Section 1. ATCP 99.126 (2) is amended to read:
(2) Basic assessment.
(a) A contributing grain dealer who reports less than $500,000 in grain payments under s. 126.11 (9) (a), Stats., shall pay a basic assessment equal to the greater of the following amounts:
2. If the fund balance attributable to grain dealers is less than $6 million on May 31 of the last preceding license year, then The the sum of the amounts calculated under s. 126.15 (1) (a) and (b), Stats. (b) A contributing grain dealer who reports at least $500,000 but less than $3 million in grain payments under s. 126.11 (9) (a), Stats., shall pay a basic assessment equal to the greater of the following amounts:
2. If the fund balance attributable to grain dealers is less than $6 million on May 31 of the last preceding license year, then The the sum of the amounts calculated under s. 126.15 (1) (a) and (b), Stats. (c) A contributing grain dealer who reports at least $3 million in grain payments under s. 126.11 (9) (a), Stats., shall pay a basic assessment equal to the greater of the following amounts:
2. If the fund balance attributable to grain dealers is less than $6 million on May 31 of the last preceding license year, then the The sum of the amounts calculated under s. 126.15 (1) (a) and (b), Stats.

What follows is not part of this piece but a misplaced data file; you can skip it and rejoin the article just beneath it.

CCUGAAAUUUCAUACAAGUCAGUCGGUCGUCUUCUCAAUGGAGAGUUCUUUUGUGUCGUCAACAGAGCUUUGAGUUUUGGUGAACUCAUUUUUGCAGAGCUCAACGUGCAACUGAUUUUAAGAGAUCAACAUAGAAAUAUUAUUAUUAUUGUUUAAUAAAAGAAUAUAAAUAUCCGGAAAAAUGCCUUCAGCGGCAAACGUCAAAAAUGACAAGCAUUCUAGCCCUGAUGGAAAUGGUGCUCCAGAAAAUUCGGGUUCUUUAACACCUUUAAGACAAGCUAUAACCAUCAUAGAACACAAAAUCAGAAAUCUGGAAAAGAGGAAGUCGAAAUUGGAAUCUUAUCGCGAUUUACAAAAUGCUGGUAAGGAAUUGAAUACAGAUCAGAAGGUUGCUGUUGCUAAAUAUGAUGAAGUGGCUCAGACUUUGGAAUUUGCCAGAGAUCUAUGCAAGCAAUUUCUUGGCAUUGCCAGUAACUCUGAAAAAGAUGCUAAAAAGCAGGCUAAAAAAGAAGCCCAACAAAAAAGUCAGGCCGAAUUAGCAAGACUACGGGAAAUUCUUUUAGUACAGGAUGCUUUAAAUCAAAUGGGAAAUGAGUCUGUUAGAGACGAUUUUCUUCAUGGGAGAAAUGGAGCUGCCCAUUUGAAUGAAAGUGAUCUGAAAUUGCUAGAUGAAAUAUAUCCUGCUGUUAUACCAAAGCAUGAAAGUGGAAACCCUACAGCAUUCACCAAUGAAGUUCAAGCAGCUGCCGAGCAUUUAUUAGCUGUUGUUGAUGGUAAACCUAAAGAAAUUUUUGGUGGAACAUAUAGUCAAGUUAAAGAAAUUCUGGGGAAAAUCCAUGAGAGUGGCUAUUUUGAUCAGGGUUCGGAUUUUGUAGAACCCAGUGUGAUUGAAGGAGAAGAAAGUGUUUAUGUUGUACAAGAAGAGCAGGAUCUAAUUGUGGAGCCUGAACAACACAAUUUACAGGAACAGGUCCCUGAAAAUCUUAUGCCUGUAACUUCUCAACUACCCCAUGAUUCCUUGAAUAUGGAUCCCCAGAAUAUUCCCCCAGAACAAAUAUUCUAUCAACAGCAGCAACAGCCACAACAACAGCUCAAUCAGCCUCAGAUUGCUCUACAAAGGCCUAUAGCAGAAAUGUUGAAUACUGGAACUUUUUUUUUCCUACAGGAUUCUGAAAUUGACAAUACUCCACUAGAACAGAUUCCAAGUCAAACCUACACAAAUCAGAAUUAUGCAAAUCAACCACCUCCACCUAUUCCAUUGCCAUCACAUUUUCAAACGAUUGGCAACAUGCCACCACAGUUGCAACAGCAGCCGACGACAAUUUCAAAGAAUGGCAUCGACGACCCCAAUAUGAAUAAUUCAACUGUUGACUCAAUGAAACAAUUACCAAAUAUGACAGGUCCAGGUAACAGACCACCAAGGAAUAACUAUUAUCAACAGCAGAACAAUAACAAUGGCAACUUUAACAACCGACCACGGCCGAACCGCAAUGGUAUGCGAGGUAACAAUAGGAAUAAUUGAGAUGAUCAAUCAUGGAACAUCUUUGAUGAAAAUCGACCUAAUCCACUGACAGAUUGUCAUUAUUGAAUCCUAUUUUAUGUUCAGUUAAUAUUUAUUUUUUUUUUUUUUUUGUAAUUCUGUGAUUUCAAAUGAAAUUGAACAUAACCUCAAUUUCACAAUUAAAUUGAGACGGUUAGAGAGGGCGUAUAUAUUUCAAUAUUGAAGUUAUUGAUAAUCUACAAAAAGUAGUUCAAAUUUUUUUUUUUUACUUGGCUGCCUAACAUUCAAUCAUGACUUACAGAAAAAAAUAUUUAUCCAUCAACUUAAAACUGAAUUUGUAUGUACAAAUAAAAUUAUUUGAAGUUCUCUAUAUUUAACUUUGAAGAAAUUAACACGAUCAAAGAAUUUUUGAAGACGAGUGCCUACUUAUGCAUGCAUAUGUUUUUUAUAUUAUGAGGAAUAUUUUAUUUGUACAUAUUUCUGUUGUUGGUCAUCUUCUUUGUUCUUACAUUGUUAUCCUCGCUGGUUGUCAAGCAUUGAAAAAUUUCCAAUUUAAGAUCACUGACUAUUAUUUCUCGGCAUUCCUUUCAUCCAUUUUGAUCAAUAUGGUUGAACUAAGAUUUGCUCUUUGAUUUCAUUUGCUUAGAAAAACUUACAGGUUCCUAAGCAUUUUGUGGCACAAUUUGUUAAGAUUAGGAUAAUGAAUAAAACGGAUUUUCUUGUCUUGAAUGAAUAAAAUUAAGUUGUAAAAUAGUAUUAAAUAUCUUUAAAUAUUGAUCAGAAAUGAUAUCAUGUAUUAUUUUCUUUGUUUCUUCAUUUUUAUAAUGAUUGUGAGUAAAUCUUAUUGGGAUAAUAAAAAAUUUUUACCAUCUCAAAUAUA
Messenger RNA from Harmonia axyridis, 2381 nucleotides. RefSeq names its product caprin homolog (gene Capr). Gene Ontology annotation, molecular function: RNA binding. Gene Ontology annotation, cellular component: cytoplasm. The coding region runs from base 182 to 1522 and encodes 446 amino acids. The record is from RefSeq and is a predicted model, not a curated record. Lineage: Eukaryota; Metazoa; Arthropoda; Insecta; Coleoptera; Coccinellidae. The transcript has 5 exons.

Section 2. ATCP 99.126 (3) is repealed and recreated:
(3) Deferred payment assessment. A contributing grain dealer shall pay a deferred payment assessment equal to the amount the grain dealer reports under s.126.11 (9) (b), Stats., in the grain dealer’s license application for that license year multiplied by rates determined as follows:
(a) If the fund balance attributable to grain dealers is greater than $6 million on May 31, the rate is 0.000875 for deferred payment contracts entered into anytime during the following license year.
(b) If the fund balance attributable to grain dealers is not more than $6 million on May 31, the rate is 0.0035 for deferred payment contracts entered into anytime during the following license year.
Section 3. ATCP 100.135 is amended to read:
ATCP 100.135 Contributing milk contractors; fund assessments. (1) General. A contributing milk contractor shall pay an annual fund assessment for each license year. The annual fund assessment shall be calculated under this section, rather than under s. 126.46, Stats. Except as provided in sub. (6) or (10), or s. ATCP 100.13, the annual fund assessment amount is the minimum assessment amount listed in sub. (9) or the sum of the following multiplied by 0.8, whichever is greater:
Section 4. ATCP 101.245 (2) is amended to read: